The Poll Bludger
Margin: Liberal National 9.8%
Region: Sunshine Coast, Queensland
Outgoing member: Mal Brough (Liberal National)
In a nutshell: Three years after fighting off a preselection challenger and Palmer United to return to parliament in 2013 as member for Fisher, Mal Brough is calling it quits.
Candidates in ballot paper order
The seat of Fisher on Queensland’s Sunshine Coast has been in conservative hands for all but two terms since its creation in 1949, and is to be vacated at the coming election after a single term by Mal Brough. The electorate extends from Caloundra north to Mooloolaba on the coast, and inland to Maleny and the Glass House Mountains. It originally went inland as far as Gympie and Kingaroy when created in 1949, but development on the Sunshine Coast caused it to assume a more coastal orientation over time. Outside of its period in Labor hands from 1987 to 1993, the seat was held by the National/Country Party until the Liberal National Party merger of 2008. For much of that time it was a fiefdom of the Adermann family, being held first by Sir Charles Adermann until 1972, and then by his son, Evan Adermann, until his move to the new seat of Fairfax in 1984.
Fisher was retained for the Nationals at the 1984 election by Peter Slipper, who would emerge later in the term as an ardent proponent of the Joh-for-PM push that reduced the Coalition to a state of disarray in early 1987. Slipper then lost his seat at the double dissolution election called by Bob Hawke to take advantage of the situation, losing by 0.5% after a swing to Labor of 2.8%. It was held for the next two terms by Michael Lavarch, who increased his margin to 2.0% at the 1990 election, by which time the Nationals’ stocks were low enough that they finished third behind the Liberals. A redistribution in 1993 removed the areas of northern Brisbane that had made Labor competitive, prompting Lavarch to move to the new seat of Dickson. Peter Slipper then made a comeback as a Liberal, and enjoyed double-digit margins between the elections of 1996, when the swing in his favour was 14.0%, and 2007, when Labor’s strong statewide performance under Kevin Rudd translated into a 7.9% swing in Fisher.
Despite lingering memories John Howard may have had of 1987, Slipper won promotion to parliamentary secretary after the 1998 election, but he was pushed aside to make way for Peter Dutton after the 2004 election. Slipper became increasingly marginalised thereafter, and picked up a notably small swing of 0.6% when Queensland surged back to the Coalition in 2010. It was already evident by this time that Mal Brough had his eyes on Fisher after being unseated in Longman in 2007, but his reported move to have Slipper deposed in his favour at the 2010 election fell foul of the terms of the LNP merger, which guaranteed endorsement to all sitting members.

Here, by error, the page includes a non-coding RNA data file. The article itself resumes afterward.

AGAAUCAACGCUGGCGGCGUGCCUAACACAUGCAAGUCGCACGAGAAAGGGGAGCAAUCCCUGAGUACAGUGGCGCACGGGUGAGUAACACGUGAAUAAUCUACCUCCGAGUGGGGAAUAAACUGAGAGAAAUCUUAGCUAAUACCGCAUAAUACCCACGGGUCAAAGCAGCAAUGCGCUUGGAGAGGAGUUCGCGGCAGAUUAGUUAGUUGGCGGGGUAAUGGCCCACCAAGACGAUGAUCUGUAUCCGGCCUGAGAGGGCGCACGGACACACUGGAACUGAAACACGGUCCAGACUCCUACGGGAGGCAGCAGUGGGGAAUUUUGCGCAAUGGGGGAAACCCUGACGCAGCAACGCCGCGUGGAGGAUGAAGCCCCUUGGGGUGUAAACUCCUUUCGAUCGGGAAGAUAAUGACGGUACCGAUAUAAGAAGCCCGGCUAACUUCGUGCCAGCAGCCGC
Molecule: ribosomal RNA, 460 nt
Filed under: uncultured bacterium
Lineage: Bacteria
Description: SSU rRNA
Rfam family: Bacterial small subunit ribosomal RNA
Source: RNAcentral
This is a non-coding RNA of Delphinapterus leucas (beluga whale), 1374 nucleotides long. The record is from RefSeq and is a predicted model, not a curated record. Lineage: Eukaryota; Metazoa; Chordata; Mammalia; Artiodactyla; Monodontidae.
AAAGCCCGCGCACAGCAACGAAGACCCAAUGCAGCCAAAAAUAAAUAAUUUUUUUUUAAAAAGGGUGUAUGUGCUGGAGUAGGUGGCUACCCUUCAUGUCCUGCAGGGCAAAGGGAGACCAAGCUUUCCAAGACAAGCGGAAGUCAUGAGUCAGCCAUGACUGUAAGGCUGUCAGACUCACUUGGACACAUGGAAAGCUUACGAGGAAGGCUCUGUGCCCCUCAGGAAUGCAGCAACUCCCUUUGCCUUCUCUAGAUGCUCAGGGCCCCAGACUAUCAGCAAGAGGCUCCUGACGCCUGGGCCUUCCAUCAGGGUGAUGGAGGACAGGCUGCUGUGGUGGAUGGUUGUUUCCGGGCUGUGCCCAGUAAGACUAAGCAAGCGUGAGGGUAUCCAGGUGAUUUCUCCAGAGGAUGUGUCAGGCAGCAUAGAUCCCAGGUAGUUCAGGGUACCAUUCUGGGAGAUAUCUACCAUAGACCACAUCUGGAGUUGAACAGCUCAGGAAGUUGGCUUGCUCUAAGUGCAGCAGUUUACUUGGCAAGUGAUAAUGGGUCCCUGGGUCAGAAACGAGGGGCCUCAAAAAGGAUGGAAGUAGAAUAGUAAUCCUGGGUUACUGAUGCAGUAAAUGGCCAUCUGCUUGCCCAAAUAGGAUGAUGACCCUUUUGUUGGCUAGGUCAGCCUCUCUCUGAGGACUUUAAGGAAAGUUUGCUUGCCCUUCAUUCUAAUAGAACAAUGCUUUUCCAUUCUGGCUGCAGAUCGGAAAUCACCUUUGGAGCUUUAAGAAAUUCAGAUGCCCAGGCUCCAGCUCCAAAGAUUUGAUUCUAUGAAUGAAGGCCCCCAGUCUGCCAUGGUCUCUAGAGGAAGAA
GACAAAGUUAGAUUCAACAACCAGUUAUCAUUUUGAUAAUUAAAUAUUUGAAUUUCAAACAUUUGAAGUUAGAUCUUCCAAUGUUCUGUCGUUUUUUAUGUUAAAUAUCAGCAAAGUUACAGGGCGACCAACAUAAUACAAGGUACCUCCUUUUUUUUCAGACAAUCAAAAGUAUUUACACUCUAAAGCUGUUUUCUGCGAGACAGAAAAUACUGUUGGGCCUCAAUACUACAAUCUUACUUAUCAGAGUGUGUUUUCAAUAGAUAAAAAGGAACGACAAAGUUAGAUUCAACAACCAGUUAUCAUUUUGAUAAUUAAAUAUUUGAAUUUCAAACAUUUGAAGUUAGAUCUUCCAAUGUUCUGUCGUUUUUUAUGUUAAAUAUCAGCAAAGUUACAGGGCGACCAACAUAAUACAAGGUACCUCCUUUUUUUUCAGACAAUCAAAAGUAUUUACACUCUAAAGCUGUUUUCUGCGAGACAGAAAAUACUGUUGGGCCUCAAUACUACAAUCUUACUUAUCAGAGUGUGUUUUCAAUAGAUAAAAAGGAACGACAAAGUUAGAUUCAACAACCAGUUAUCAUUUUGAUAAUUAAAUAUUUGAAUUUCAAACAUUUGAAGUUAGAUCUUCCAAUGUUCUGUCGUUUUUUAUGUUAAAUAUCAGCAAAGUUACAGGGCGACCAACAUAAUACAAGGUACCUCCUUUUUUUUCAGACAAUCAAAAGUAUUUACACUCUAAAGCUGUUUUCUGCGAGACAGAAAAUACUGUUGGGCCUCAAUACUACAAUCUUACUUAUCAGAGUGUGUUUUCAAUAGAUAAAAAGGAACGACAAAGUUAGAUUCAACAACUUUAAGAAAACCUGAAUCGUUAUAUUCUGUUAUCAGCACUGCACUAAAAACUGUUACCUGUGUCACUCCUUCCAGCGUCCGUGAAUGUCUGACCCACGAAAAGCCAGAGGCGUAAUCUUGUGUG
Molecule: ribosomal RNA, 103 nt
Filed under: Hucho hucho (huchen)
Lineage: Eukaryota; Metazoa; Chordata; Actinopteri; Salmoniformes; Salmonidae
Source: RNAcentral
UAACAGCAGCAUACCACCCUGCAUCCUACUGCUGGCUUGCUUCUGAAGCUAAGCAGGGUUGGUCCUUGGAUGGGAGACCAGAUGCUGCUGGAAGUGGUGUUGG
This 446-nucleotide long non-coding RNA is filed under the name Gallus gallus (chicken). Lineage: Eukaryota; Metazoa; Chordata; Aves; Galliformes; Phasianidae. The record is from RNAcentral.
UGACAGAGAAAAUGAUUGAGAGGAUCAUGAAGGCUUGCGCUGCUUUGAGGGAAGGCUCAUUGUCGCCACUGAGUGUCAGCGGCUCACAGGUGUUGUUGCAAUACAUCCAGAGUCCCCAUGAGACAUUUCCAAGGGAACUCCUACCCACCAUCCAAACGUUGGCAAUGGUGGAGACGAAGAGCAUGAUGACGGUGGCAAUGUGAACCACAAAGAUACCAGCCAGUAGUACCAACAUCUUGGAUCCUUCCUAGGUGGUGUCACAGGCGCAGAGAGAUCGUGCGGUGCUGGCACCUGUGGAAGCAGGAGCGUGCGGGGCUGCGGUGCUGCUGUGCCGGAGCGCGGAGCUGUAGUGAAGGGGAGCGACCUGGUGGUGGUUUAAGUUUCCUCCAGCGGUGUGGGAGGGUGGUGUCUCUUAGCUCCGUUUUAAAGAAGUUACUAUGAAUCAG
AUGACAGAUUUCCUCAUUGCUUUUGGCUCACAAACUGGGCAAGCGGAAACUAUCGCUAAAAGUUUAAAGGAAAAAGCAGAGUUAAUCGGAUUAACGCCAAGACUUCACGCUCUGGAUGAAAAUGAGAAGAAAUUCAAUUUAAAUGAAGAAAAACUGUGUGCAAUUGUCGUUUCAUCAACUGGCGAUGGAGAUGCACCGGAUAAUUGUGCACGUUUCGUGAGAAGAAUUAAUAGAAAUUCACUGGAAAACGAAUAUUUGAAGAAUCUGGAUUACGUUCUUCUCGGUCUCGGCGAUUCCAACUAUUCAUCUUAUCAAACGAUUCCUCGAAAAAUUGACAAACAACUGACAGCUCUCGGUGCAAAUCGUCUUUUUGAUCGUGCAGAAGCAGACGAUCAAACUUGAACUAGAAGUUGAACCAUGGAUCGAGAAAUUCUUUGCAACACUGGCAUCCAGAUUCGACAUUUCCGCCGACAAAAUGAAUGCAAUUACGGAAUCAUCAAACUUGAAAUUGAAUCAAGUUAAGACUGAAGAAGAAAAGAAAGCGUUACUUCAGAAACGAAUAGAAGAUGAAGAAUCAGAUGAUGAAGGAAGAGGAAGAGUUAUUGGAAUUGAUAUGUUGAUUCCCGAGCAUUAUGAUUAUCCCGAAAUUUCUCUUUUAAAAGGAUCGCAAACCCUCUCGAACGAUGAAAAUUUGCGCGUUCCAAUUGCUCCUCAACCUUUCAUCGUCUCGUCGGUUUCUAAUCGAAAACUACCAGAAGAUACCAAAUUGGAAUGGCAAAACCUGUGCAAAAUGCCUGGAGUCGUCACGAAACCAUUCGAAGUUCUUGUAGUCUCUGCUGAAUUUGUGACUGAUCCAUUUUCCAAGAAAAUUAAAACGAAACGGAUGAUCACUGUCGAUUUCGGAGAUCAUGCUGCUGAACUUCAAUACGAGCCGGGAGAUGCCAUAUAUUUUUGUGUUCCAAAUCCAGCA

With a clear expectation that Slipper would not again win preselection, Labor identified him as a weak link in the Coalition as it battled to survive in minority government. The government was able to slightly bolster its position after the election by successfully nominating him for the deputy speakership, which thwarted the Coalition’s desire to have the position go to Maranoa MP Bruce Scott. Brough’s intention to seek preselection was confirmed shortly afterwards. The government went one better in November 2011 when it persuaded Slipper to take on the Speakership at the expense of incumbent Harry Jenkins, resulting in his expulsion from the LNP and a fierce campaign against him from elements of the media. However, he stood aside in May 2012 after a staffer, James Ashby, launched legal action against him for sexual harassment, and presented evidence that Slipper had misused Cabcharge vouchers, for which he would later be convicted and then acquitted on appeal.